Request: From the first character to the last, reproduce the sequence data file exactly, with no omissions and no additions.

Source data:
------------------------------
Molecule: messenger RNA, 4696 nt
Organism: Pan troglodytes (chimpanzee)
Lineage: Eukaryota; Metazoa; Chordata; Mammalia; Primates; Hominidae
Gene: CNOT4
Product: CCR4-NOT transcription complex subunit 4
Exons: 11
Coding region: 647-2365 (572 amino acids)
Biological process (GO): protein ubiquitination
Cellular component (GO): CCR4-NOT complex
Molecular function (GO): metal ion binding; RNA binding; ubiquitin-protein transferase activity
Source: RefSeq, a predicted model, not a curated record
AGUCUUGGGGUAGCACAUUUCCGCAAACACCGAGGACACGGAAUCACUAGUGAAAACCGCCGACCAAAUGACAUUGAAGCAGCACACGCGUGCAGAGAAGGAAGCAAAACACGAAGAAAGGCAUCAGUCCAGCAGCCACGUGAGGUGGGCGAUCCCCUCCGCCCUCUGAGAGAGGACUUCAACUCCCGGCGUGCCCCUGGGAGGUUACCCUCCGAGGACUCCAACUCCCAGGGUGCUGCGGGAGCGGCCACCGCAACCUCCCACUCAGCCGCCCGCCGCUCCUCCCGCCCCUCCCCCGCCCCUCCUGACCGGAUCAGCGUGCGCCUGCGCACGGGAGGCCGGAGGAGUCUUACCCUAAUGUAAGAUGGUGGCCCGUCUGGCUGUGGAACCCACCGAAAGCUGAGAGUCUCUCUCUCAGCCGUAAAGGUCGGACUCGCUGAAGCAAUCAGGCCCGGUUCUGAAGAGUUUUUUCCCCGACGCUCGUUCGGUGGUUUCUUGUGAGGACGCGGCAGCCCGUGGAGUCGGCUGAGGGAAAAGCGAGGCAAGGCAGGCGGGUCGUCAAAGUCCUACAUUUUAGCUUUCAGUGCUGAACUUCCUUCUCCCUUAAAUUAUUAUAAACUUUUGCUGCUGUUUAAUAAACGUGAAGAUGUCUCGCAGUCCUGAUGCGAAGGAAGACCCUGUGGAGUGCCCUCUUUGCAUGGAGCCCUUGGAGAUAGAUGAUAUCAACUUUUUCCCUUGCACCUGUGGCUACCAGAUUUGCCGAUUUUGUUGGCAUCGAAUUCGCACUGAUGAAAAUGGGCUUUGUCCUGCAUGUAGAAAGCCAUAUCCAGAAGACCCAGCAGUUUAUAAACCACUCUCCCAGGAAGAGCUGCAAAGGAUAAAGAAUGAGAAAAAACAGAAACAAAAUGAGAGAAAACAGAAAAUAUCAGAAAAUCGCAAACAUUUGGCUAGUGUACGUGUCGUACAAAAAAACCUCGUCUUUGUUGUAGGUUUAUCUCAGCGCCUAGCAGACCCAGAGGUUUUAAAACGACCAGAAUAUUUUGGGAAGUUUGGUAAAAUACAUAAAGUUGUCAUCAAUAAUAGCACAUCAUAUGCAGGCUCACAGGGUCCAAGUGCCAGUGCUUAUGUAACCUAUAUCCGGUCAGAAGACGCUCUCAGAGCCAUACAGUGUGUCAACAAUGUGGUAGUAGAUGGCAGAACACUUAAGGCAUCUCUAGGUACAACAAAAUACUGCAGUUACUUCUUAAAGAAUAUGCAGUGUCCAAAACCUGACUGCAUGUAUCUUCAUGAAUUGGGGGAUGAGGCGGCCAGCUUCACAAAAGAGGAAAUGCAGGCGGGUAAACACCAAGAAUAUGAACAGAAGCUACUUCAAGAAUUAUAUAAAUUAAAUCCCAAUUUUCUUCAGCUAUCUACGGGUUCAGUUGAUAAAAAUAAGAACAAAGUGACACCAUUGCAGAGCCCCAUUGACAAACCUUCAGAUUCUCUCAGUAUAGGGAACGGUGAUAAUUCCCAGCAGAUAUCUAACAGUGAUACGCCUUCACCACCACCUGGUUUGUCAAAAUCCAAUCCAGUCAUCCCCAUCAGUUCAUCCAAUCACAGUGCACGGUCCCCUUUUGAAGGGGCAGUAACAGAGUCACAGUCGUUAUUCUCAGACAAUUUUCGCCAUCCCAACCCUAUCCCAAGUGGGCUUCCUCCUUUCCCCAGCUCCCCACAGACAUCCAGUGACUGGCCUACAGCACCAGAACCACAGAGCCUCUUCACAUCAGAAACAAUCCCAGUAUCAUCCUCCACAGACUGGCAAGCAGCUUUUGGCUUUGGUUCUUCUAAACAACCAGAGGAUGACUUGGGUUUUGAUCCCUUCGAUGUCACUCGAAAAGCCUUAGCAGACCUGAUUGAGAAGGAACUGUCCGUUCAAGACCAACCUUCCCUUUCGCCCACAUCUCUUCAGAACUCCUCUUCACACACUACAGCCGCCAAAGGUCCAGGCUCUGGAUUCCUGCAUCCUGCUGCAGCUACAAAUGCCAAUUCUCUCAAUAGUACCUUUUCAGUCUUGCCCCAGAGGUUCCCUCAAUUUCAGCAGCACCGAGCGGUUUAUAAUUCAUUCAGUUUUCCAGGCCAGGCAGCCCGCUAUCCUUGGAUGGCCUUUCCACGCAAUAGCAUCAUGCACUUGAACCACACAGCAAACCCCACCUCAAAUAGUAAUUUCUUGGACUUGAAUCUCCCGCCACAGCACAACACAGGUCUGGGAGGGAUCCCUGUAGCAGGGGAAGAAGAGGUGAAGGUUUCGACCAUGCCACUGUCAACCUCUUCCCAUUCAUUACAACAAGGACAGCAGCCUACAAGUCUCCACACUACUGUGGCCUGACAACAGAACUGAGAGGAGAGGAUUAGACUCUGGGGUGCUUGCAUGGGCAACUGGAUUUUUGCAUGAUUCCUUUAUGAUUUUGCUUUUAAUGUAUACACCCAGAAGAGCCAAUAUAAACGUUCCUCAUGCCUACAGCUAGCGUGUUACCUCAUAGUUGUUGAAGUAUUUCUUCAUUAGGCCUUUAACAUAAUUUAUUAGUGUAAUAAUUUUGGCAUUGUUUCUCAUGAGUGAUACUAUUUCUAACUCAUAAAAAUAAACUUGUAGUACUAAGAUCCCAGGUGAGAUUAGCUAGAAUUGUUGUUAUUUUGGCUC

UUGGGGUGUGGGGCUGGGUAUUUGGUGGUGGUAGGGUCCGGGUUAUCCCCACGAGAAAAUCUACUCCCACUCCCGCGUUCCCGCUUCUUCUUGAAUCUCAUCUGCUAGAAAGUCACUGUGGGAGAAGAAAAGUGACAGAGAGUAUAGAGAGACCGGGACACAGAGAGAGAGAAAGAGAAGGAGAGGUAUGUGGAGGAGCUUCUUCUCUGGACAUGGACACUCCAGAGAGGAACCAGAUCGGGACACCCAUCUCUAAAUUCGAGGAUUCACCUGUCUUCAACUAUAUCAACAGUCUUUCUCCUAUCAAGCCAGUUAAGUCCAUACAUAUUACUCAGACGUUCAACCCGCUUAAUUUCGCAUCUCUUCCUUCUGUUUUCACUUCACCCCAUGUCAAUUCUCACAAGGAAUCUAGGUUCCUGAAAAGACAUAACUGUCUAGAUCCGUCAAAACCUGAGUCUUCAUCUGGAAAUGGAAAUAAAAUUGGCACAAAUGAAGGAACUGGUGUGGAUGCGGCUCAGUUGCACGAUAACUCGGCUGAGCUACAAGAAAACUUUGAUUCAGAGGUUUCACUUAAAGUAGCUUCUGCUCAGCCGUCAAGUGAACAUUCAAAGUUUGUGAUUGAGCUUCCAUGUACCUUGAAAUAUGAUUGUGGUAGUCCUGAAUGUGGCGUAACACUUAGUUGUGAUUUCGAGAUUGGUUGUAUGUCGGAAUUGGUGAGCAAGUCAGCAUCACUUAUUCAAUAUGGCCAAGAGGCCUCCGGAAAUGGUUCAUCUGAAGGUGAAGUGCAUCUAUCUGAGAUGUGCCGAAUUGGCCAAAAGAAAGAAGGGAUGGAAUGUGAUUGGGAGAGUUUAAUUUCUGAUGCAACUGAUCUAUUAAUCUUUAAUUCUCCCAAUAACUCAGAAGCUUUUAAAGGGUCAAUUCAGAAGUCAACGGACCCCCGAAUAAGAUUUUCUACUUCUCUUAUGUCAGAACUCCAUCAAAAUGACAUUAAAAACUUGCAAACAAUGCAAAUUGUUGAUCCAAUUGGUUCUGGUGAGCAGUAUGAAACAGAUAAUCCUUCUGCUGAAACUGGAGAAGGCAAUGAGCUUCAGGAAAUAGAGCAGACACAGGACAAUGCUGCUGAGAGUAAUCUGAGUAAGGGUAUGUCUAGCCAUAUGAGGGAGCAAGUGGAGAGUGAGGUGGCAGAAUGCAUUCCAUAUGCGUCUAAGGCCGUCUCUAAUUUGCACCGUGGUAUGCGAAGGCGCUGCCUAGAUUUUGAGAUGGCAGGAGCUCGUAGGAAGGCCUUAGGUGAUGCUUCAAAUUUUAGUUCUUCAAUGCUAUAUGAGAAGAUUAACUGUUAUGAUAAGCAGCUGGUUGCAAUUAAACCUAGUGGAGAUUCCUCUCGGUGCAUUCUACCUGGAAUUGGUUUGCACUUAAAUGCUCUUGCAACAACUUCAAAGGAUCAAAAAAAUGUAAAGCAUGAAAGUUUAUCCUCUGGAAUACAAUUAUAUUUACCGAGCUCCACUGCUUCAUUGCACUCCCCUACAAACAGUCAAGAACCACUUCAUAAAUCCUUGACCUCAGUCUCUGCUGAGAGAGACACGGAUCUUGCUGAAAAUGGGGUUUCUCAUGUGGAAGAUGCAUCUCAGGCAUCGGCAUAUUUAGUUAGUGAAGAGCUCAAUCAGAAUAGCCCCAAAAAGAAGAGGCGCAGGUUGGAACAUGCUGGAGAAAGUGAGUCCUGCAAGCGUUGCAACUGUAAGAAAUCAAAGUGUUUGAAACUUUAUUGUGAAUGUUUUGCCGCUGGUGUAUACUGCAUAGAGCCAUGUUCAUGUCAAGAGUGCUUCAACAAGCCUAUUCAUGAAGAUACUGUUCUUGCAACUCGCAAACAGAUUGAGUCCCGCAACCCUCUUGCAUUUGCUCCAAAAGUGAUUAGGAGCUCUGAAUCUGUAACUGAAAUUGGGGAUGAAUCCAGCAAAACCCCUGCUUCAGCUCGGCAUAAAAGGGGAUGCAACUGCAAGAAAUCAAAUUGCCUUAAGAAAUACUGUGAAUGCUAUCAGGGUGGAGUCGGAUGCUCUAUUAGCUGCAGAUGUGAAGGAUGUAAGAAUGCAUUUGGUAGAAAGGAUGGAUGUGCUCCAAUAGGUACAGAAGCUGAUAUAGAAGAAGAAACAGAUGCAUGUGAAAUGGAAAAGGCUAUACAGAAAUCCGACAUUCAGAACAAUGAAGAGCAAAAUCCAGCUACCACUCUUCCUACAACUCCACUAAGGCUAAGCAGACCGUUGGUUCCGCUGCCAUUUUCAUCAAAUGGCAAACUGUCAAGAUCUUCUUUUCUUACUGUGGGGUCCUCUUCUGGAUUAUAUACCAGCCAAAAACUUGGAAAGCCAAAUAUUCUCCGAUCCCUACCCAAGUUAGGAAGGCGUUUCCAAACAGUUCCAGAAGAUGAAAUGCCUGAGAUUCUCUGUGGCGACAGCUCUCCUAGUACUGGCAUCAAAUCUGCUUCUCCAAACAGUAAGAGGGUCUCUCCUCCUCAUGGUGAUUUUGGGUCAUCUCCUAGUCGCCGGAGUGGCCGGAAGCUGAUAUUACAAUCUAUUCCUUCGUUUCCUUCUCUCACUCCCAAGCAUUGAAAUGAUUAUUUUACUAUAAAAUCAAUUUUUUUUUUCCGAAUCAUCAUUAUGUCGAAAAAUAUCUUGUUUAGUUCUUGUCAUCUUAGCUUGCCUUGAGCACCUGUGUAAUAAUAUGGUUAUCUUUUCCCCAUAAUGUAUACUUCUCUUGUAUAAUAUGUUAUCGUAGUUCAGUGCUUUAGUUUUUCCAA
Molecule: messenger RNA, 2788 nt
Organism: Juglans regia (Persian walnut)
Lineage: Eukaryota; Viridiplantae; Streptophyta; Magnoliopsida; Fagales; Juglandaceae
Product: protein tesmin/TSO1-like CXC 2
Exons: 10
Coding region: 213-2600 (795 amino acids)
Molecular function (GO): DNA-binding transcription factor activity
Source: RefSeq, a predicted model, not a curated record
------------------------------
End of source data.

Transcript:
Molecule: messenger RNA, 4696 nt
Organism: Pan troglodytes (chimpanzee)
Lineage: Eukaryota; Metazoa; Chordata; Mammalia; Primates; Hominidae
Gene: CNOT4
Product: CCR4-NOT transcription complex subunit 4
Exons: 11
Coding region: 647-2365 (572 amino acids)
Biological process (GO): protein ubiquitination
Cellular component (GO): CCR4-NOT complex
Molecular function (GO): metal ion binding; RNA binding; ubiquitin-protein transferase activity
Source: RefSeq, a predicted model, not a curated record
AGUCUUGGGGUAGCACAUUUCCGCAAACACCGAGGACACGGAAUCACUAGUGAAAACCGCCGACCAAAUGACAUUGAAGCAGCACACGCGUGCAGAGAAGGAAGCAAAACACGAAGAAAGGCAUCAGUCCAGCAGCCACGUGAGGUGGGCGAUCCCCUCCGCCCUCUGAGAGAGGACUUCAACUCCCGGCGUGCCCCUGGGAGGUUACCCUCCGAGGACUCCAACUCCCAGGGUGCUGCGGGAGCGGCCACCGCAACCUCCCACUCAGCCGCCCGCCGCUCCUCCCGCCCCUCCCCCGCCCCUCCUGACCGGAUCAGCGUGCGCCUGCGCACGGGAGGCCGGAGGAGUCUUACCCUAAUGUAAGAUGGUGGCCCGUCUGGCUGUGGAACCCACCGAAAGCUGAGAGUCUCUCUCUCAGCCGUAAAGGUCGGACUCGCUGAAGCAAUCAGGCCCGGUUCUGAAGAGUUUUUUCCCCGACGCUCGUUCGGUGGUUUCUUGUGAGGACGCGGCAGCCCGUGGAGUCGGCUGAGGGAAAAGCGAGGCAAGGCAGGCGGGUCGUCAAAGUCCUACAUUUUAGCUUUCAGUGCUGAACUUCCUUCUCCCUUAAAUUAUUAUAAACUUUUGCUGCUGUUUAAUAAACGUGAAGAUGUCUCGCAGUCCUGAUGCGAAGGAAGACCCUGUGGAGUGCCCUCUUUGCAUGGAGCCCUUGGAGAUAGAUGAUAUCAACUUUUUCCCUUGCACCUGUGGCUACCAGAUUUGCCGAUUUUGUUGGCAUCGAAUUCGCACUGAUGAAAAUGGGCUUUGUCCUGCAUGUAGAAAGCCAUAUCCAGAAGACCCAGCAGUUUAUAAACCACUCUCCCAGGAAGAGCUGCAAAGGAUAAAGAAUGAGAAAAAACAGAAACAAAAUGAGAGAAAACAGAAAAUAUCAGAAAAUCGCAAACAUUUGGCUAGUGUACGUGUCGUACAAAAAAACCUCGUCUUUGUUGUAGGUUUAUCUCAGCGCCUAGCAGACCCAGAGGUUUUAAAACGACCAGAAUAUUUUGGGAAGUUUGGUAAAAUACAUAAAGUUGUCAUCAAUAAUAGCACAUCAUAUGCAGGCUCACAGGGUCCAAGUGCCAGUGCUUAUGUAACCUAUAUCCGGUCAGAAGACGCUCUCAGAGCCAUACAGUGUGUCAACAAUGUGGUAGUAGAUGGCAGAACACUUAAGGCAUCUCUAGGUACAACAAAAUACUGCAGUUACUUCUUAAAGAAUAUGCAGUGUCCAAAACCUGACUGCAUGUAUCUUCAUGAAUUGGGGGAUGAGGCGGCCAGCUUCACAAAAGAGGAAAUGCAGGCGGGUAAACACCAAGAAUAUGAACAGAAGCUACUUCAAGAAUUAUAUAAAUUAAAUCCCAAUUUUCUUCAGCUAUCUACGGGUUCAGUUGAUAAAAAUAAGAACAAAGUGACACCAUUGCAGAGCCCCAUUGACAAACCUUCAGAUUCUCUCAGUAUAGGGAACGGUGAUAAUUCCCAGCAGAUAUCUAACAGUGAUACGCCUUCACCACCACCUGGUUUGUCAAAAUCCAAUCCAGUCAUCCCCAUCAGUUCAUCCAAUCACAGUGCACGGUCCCCUUUUGAAGGGGCAGUAACAGAGUCACAGUCGUUAUUCUCAGACAAUUUUCGCCAUCCCAACCCUAUCCCAAGUGGGCUUCCUCCUUUCCCCAGCUCCCCACAGACAUCCAGUGACUGGCCUACAGCACCAGAACCACAGAGCCUCUUCACAUCAGAAACAAUCCCAGUAUCAUCCUCCACAGACUGGCAAGCAGCUUUUGGCUUUGGUUCUUCUAAACAACCAGAGGAUGACUUGGGUUUUGAUCCCUUCGAUGUCACUCGAAAAGCCUUAGCAGACCUGAUUGAGAAGGAACUGUCCGUUCAAGACCAACCUUCCCUUUCGCCCACAUCUCUUCAGAACUCCUCUUCACACACUACAGCCGCCAAAGGUCCAGGCUCUGGAUUCCUGCAUCCUGCUGCAGCUACAAAUGCCAAUUCUCUCAAUAGUACCUUUUCAGUCUUGCCCCAGAGGUUCCCUCAAUUUCAGCAGCACCGAGCGGUUUAUAAUUCAUUCAGUUUUCCAGGCCAGGCAGCCCGCUAUCCUUGGAUGGCCUUUCCACGCAAUAGCAUCAUGCACUUGAACCACACAGCAAACCCCACCUCAAAUAGUAAUUUCUUGGACUUGAAUCUCCCGCCACAGCACAACACAGGUCUGGGAGGGAUCCCUGUAGCAGGGGAAGAAGAGGUGAAGGUUUCGACCAUGCCACUGUCAACCUCUUCCCAUUCAUUACAACAAGGACAGCAGCCUACAAGUCUCCACACUACUGUGGCCUGACAACAGAACUGAGAGGAGAGGAUUAGACUCUGGGGUGCUUGCAUGGGCAACUGGAUUUUUGCAUGAUUCCUUUAUGAUUUUGCUUUUAAUGUAUACACCCAGAAGAGCCAAUAUAAACGUUCCUCAUGCCUACAGCUAGCGUGUUACCUCAUAGUUGUUGAAGUAUUUCUUCAUUAGGCCUUUAACAUAAUUUAUUAGUGUAAUAAUUUUGGCAUUGUUUCUCAUGAGUGAUACUAUUUCUAACUCAUAAAAAUAAACUUGUAGUACUAAGAUCCCAGGUGAGAUUAGCUAGAAUUGUUGUUAUUUUGGCUC

UUGGGGUGUGGGGCUGGGUAUUUGGUGGUGGUAGGGUCCGGGUUAUCCCCACGAGAAAAUCUACUCCCACUCCCGCGUUCCCGCUUCUUCUUGAAUCUCAUCUGCUAGAAAGUCACUGUGGGAGAAGAAAAGUGACAGAGAGUAUAGAGAGACCGGGACACAGAGAGAGAGAAAGAGAAGGAGAGGUAUGUGGAGGAGCUUCUUCUCUGGACAUGGACACUCCAGAGAGGAACCAGAUCGGGACACCCAUCUCUAAAUUCGAGGAUUCACCUGUCUUCAACUAUAUCAACAGUCUUUCUCCUAUCAAGCCAGUUAAGUCCAUACAUAUUACUCAGACGUUCAACCCGCUUAAUUUCGCAUCUCUUCCUUCUGUUUUCACUUCACCCCAUGUCAAUUCUCACAAGGAAUCUAGGUUCCUGAAAAGACAUAACUGUCUAGAUCCGUCAAAACCUGAGUCUUCAUCUGGAAAUGGAAAUAAAAUUGGCACAAAUGAAGGAACUGGUGUGGAUGCGGCUCAGUUGCACGAUAACUCGGCUGAGCUACAAGAAAACUUUGAUUCAGAGGUUUCACUUAAAGUAGCUUCUGCUCAGCCGUCAAGUGAACAUUCAAAGUUUGUGAUUGAGCUUCCAUGUACCUUGAAAUAUGAUUGUGGUAGUCCUGAAUGUGGCGUAACACUUAGUUGUGAUUUCGAGAUUGGUUGUAUGUCGGAAUUGGUGAGCAAGUCAGCAUCACUUAUUCAAUAUGGCCAAGAGGCCUCCGGAAAUGGUUCAUCUGAAGGUGAAGUGCAUCUAUCUGAGAUGUGCCGAAUUGGCCAAAAGAAAGAAGGGAUGGAAUGUGAUUGGGAGAGUUUAAUUUCUGAUGCAACUGAUCUAUUAAUCUUUAAUUCUCCCAAUAACUCAGAAGCUUUUAAAGGGUCAAUUCAGAAGUCAACGGACCCCCGAAUAAGAUUUUCUACUUCUCUUAUGUCAGAACUCCAUCAAAAUGACAUUAAAAACUUGCAAACAAUGCAAAUUGUUGAUCCAAUUGGUUCUGGUGAGCAGUAUGAAACAGAUAAUCCUUCUGCUGAAACUGGAGAAGGCAAUGAGCUUCAGGAAAUAGAGCAGACACAGGACAAUGCUGCUGAGAGUAAUCUGAGUAAGGGUAUGUCUAGCCAUAUGAGGGAGCAAGUGGAGAGUGAGGUGGCAGAAUGCAUUCCAUAUGCGUCUAAGGCCGUCUCUAAUUUGCACCGUGGUAUGCGAAGGCGCUGCCUAGAUUUUGAGAUGGCAGGAGCUCGUAGGAAGGCCUUAGGUGAUGCUUCAAAUUUUAGUUCUUCAAUGCUAUAUGAGAAGAUUAACUGUUAUGAUAAGCAGCUGGUUGCAAUUAAACCUAGUGGAGAUUCCUCUCGGUGCAUUCUACCUGGAAUUGGUUUGCACUUAAAUGCUCUUGCAACAACUUCAAAGGAUCAAAAAAAUGUAAAGCAUGAAAGUUUAUCCUCUGGAAUACAAUUAUAUUUACCGAGCUCCACUGCUUCAUUGCACUCCCCUACAAACAGUCAAGAACCACUUCAUAAAUCCUUGACCUCAGUCUCUGCUGAGAGAGACACGGAUCUUGCUGAAAAUGGGGUUUCUCAUGUGGAAGAUGCAUCUCAGGCAUCGGCAUAUUUAGUUAGUGAAGAGCUCAAUCAGAAUAGCCCCAAAAAGAAGAGGCGCAGGUUGGAACAUGCUGGAGAAAGUGAGUCCUGCAAGCGUUGCAACUGUAAGAAAUCAAAGUGUUUGAAACUUUAUUGUGAAUGUUUUGCCGCUGGUGUAUACUGCAUAGAGCCAUGUUCAUGUCAAGAGUGCUUCAACAAGCCUAUUCAUGAAGAUACUGUUCUUGCAACUCGCAAACAGAUUGAGUCCCGCAACCCUCUUGCAUUUGCUCCAAAAGUGAUUAGGAGCUCUGAAUCUGUAACUGAAAUUGGGGAUGAAUCCAGCAAAACCCCUGCUUCAGCUCGGCAUAAAAGGGGAUGCAACUGCAAGAAAUCAAAUUGCCUUAAGAAAUACUGUGAAUGCUAUCAGGGUGGAGUCGGAUGCUCUAUUAGCUGCAGAUGUGAAGGAUGUAAGAAUGCAUUUGGUAGAAAGGAUGGAUGUGCUCCAAUAGGUACAGAAGCUGAUAUAGAAGAAGAAACAGAUGCAUGUGAAAUGGAAAAGGCUAUACAGAAAUCCGACAUUCAGAACAAUGAAGAGCAAAAUCCAGCUACCACUCUUCCUACAACUCCACUAAGGCUAAGCAGACCGUUGGUUCCGCUGCCAUUUUCAUCAAAUGGCAAACUGUCAAGAUCUUCUUUUCUUACUGUGGGGUCCUCUUCUGGAUUAUAUACCAGCCAAAAACUUGGAAAGCCAAAUAUUCUCCGAUCCCUACCCAAGUUAGGAAGGCGUUUCCAAACAGUUCCAGAAGAUGAAAUGCCUGAGAUUCUCUGUGGCGACAGCUCUCCUAGUACUGGCAUCAAAUCUGCUUCUCCAAACAGUAAGAGGGUCUCUCCUCCUCAUGGUGAUUUUGGGUCAUCUCCUAGUCGCCGGAGUGGCCGGAAGCUGAUAUUACAAUCUAUUCCUUCGUUUCCUUCUCUCACUCCCAAGCAUUGAAAUGAUUAUUUUACUAUAAAAUCAAUUUUUUUUUUCCGAAUCAUCAUUAUGUCGAAAAAUAUCUUGUUUAGUUCUUGUCAUCUUAGCUUGCCUUGAGCACCUGUGUAAUAAUAUGGUUAUCUUUUCCCCAUAAUGUAUACUUCUCUUGUAUAAUAUGUUAUCGUAGUUCAGUGCUUUAGUUUUUCCAA
Molecule: messenger RNA, 2788 nt
Organism: Juglans regia (Persian walnut)
Lineage: Eukaryota; Viridiplantae; Streptophyta; Magnoliopsida; Fagales; Juglandaceae
Product: protein tesmin/TSO1-like CXC 2
Exons: 10
Coding region: 213-2600 (795 amino acids)
Molecular function (GO): DNA-binding transcription factor activity
Source: RefSeq, a predicted model, not a curated record